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In article <uZWkb.6442761$cI2.918...@news.easynews.com>, Doug Tolton
<d...@nospam.com> wrote:Lisp is almost half way there. Scheme is about a quarter of the way
> In essence he is contemplating the possibility of designing a language
> today that could still be in use 100 years from now.
there. Common Lisp is about 1/5 of the way there.
> When you startNot everything changes that fast. The theory of numbers, for example, has
> looking at it from this point of view you have to question some of the
> basic concepts in use today. For instance, if all your numbers are
> implemented in a highly machine dependent way, it makes it more
> difficult to port the language to different architectures, not to
> mention architectures we haven't even though of yet.
been pretty much worked out. The IEEE Floating Point standard was
developed by people who pretty much knew what they were doing and I think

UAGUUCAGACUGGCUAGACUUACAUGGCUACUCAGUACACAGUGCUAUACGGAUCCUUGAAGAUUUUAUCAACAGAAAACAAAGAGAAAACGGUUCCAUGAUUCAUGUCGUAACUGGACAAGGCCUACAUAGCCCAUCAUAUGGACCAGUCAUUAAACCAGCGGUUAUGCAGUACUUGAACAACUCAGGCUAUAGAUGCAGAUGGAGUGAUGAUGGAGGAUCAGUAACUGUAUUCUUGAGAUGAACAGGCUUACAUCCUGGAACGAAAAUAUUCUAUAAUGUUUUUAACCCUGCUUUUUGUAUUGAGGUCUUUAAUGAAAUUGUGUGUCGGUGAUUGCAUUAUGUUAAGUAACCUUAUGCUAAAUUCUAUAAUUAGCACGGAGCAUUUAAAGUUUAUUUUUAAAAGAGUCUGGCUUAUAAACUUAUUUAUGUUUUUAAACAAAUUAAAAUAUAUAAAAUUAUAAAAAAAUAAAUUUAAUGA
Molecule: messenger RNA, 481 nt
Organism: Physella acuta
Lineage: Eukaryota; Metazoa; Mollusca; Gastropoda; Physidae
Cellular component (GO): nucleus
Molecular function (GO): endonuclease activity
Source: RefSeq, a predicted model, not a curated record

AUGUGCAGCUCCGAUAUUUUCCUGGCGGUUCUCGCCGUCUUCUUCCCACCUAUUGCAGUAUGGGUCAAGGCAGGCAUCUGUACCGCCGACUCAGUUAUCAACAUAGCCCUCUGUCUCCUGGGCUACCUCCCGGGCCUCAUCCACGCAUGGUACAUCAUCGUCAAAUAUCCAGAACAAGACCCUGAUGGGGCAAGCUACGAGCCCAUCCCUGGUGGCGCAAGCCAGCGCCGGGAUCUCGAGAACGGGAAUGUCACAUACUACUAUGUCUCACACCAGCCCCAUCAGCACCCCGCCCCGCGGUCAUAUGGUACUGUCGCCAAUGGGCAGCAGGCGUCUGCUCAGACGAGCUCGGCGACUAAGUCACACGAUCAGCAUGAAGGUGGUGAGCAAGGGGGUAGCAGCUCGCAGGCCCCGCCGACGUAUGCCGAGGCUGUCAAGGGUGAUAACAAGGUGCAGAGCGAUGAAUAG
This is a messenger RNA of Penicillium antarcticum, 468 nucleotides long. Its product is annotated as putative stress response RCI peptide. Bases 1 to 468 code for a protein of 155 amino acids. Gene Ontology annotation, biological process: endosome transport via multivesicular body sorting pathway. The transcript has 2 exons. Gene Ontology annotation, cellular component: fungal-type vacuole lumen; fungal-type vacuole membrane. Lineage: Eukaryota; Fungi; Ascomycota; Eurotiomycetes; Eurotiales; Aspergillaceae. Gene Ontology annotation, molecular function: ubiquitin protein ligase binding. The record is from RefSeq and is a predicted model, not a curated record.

it's likely to stand the test of time. Likewise for the Common Lisp
numerical library. I see no need to reinvent these wheels even to support
the 100-year-langage goal. 100 years is not that long in the grand and
glorious scheme of things.
> I think he is pursuing a worthwhile goal. The languages I use todayI agree, except that I don't think ARC is taking a different approach, at
> have primarily been designed to solve the problems of yesterday, many of
> them aren't that great for the problems of today (except Lisp of course
> :) ). To take a different approach and try to look towards the future
> is a good change of perspective IMO.
least not technically. From what I've seen ARC is so far just retreading
well-worn paths of language design. Politically ARC is new in that it is
the first Lisp dialect developed by a BDFL (STFW!), but technically it
seems to me all but indistinguishable from Scheme (sans call/cc) at this
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